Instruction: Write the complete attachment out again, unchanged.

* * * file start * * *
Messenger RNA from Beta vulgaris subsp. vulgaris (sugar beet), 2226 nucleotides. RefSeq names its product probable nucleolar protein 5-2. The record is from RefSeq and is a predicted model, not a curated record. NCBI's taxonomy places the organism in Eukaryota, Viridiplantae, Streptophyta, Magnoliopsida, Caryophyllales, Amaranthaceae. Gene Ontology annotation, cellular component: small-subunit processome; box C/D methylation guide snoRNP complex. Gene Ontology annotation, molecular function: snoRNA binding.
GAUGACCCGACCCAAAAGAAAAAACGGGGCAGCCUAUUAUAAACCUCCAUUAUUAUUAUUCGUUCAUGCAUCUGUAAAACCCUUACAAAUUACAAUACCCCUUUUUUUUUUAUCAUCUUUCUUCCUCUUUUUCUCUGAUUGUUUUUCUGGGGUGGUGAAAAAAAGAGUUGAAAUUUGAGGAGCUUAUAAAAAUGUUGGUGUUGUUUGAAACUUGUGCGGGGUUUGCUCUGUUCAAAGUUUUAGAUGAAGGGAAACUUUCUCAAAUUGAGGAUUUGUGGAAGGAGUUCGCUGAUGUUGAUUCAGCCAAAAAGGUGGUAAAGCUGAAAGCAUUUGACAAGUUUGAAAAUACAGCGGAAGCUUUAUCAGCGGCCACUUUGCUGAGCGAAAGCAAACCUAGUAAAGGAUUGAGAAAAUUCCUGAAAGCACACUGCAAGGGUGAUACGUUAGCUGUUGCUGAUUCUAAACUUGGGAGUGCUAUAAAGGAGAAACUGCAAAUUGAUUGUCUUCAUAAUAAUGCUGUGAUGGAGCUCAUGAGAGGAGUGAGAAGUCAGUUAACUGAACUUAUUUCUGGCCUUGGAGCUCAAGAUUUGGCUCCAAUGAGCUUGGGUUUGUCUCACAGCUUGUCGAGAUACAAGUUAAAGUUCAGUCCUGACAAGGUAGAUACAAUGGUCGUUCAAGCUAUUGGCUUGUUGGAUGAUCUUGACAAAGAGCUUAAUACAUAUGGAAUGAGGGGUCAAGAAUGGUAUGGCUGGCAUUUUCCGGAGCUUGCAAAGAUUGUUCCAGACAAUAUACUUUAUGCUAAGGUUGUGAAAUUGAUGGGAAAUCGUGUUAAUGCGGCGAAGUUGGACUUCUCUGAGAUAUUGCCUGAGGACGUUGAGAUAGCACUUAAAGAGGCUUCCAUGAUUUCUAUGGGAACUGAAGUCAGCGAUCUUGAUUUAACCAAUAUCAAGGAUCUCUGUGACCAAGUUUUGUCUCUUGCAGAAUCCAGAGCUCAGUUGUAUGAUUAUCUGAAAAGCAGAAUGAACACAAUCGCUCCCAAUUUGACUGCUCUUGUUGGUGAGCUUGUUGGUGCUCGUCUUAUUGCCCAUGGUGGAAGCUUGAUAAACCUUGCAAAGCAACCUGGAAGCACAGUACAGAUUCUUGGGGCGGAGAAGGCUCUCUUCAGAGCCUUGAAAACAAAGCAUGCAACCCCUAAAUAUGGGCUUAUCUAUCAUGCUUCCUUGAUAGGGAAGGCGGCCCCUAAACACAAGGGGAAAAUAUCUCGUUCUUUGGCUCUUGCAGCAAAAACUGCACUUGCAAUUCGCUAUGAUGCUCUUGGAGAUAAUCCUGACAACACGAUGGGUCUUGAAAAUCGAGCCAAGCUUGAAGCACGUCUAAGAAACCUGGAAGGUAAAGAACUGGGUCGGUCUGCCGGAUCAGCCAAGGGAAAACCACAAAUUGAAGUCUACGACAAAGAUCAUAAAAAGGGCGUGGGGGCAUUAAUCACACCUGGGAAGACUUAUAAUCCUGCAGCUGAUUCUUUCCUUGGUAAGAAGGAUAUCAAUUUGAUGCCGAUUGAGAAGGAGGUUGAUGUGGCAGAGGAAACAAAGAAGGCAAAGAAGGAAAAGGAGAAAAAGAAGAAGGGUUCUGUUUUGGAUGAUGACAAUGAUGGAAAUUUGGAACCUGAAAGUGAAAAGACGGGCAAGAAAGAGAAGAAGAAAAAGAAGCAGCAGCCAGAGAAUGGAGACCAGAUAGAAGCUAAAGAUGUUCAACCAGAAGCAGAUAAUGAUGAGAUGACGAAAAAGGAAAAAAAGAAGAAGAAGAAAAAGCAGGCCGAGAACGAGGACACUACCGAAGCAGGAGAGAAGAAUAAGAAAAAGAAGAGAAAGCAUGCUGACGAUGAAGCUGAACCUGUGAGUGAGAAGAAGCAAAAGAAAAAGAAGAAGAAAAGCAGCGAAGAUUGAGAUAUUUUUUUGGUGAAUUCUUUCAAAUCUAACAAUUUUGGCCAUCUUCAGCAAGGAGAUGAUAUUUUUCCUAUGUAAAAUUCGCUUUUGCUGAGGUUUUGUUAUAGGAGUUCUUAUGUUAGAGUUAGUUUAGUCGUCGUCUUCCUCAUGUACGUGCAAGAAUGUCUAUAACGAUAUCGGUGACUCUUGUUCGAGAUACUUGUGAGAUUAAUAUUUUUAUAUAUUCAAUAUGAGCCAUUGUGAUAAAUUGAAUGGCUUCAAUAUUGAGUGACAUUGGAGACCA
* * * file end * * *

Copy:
Messenger RNA from Beta vulgaris subsp. vulgaris (sugar beet), 2226 nucleotides. RefSeq names its product probable nucleolar protein 5-2. The record is from RefSeq and is a predicted model, not a curated record. NCBI's taxonomy places the organism in Eukaryota, Viridiplantae, Streptophyta, Magnoliopsida, Caryophyllales, Amaranthaceae. Gene Ontology annotation, cellular component: small-subunit processome; box C/D methylation guide snoRNP complex. Gene Ontology annotation, molecular function: snoRNA binding.
GAUGACCCGACCCAAAAGAAAAAACGGGGCAGCCUAUUAUAAACCUCCAUUAUUAUUAUUCGUUCAUGCAUCUGUAAAACCCUUACAAAUUACAAUACCCCUUUUUUUUUUAUCAUCUUUCUUCCUCUUUUUCUCUGAUUGUUUUUCUGGGGUGGUGAAAAAAAGAGUUGAAAUUUGAGGAGCUUAUAAAAAUGUUGGUGUUGUUUGAAACUUGUGCGGGGUUUGCUCUGUUCAAAGUUUUAGAUGAAGGGAAACUUUCUCAAAUUGAGGAUUUGUGGAAGGAGUUCGCUGAUGUUGAUUCAGCCAAAAAGGUGGUAAAGCUGAAAGCAUUUGACAAGUUUGAAAAUACAGCGGAAGCUUUAUCAGCGGCCACUUUGCUGAGCGAAAGCAAACCUAGUAAAGGAUUGAGAAAAUUCCUGAAAGCACACUGCAAGGGUGAUACGUUAGCUGUUGCUGAUUCUAAACUUGGGAGUGCUAUAAAGGAGAAACUGCAAAUUGAUUGUCUUCAUAAUAAUGCUGUGAUGGAGCUCAUGAGAGGAGUGAGAAGUCAGUUAACUGAACUUAUUUCUGGCCUUGGAGCUCAAGAUUUGGCUCCAAUGAGCUUGGGUUUGUCUCACAGCUUGUCGAGAUACAAGUUAAAGUUCAGUCCUGACAAGGUAGAUACAAUGGUCGUUCAAGCUAUUGGCUUGUUGGAUGAUCUUGACAAAGAGCUUAAUACAUAUGGAAUGAGGGGUCAAGAAUGGUAUGGCUGGCAUUUUCCGGAGCUUGCAAAGAUUGUUCCAGACAAUAUACUUUAUGCUAAGGUUGUGAAAUUGAUGGGAAAUCGUGUUAAUGCGGCGAAGUUGGACUUCUCUGAGAUAUUGCCUGAGGACGUUGAGAUAGCACUUAAAGAGGCUUCCAUGAUUUCUAUGGGAACUGAAGUCAGCGAUCUUGAUUUAACCAAUAUCAAGGAUCUCUGUGACCAAGUUUUGUCUCUUGCAGAAUCCAGAGCUCAGUUGUAUGAUUAUCUGAAAAGCAGAAUGAACACAAUCGCUCCCAAUUUGACUGCUCUUGUUGGUGAGCUUGUUGGUGCUCGUCUUAUUGCCCAUGGUGGAAGCUUGAUAAACCUUGCAAAGCAACCUGGAAGCACAGUACAGAUUCUUGGGGCGGAGAAGGCUCUCUUCAGAGCCUUGAAAACAAAGCAUGCAACCCCUAAAUAUGGGCUUAUCUAUCAUGCUUCCUUGAUAGGGAAGGCGGCCCCUAAACACAAGGGGAAAAUAUCUCGUUCUUUGGCUCUUGCAGCAAAAACUGCACUUGCAAUUCGCUAUGAUGCUCUUGGAGAUAAUCCUGACAACACGAUGGGUCUUGAAAAUCGAGCCAAGCUUGAAGCACGUCUAAGAAACCUGGAAGGUAAAGAACUGGGUCGGUCUGCCGGAUCAGCCAAGGGAAAACCACAAAUUGAAGUCUACGACAAAGAUCAUAAAAAGGGCGUGGGGGCAUUAAUCACACCUGGGAAGACUUAUAAUCCUGCAGCUGAUUCUUUCCUUGGUAAGAAGGAUAUCAAUUUGAUGCCGAUUGAGAAGGAGGUUGAUGUGGCAGAGGAAACAAAGAAGGCAAAGAAGGAAAAGGAGAAAAAGAAGAAGGGUUCUGUUUUGGAUGAUGACAAUGAUGGAAAUUUGGAACCUGAAAGUGAAAAGACGGGCAAGAAAGAGAAGAAGAAAAAGAAGCAGCAGCCAGAGAAUGGAGACCAGAUAGAAGCUAAAGAUGUUCAACCAGAAGCAGAUAAUGAUGAGAUGACGAAAAAGGAAAAAAAGAAGAAGAAGAAAAAGCAGGCCGAGAACGAGGACACUACCGAAGCAGGAGAGAAGAAUAAGAAAAAGAAGAGAAAGCAUGCUGACGAUGAAGCUGAACCUGUGAGUGAGAAGAAGCAAAAGAAAAAGAAGAAGAAAAGCAGCGAAGAUUGAGAUAUUUUUUUGGUGAAUUCUUUCAAAUCUAACAAUUUUGGCCAUCUUCAGCAAGGAGAUGAUAUUUUUCCUAUGUAAAAUUCGCUUUUGCUGAGGUUUUGUUAUAGGAGUUCUUAUGUUAGAGUUAGUUUAGUCGUCGUCUUCCUCAUGUACGUGCAAGAAUGUCUAUAACGAUAUCGGUGACUCUUGUUCGAGAUACUUGUGAGAUUAAUAUUUUUAUAUAUUCAAUAUGAGCCAUUGUGAUAAAUUGAAUGGCUUCAAUAUUGAGUGACAUUGGAGACCA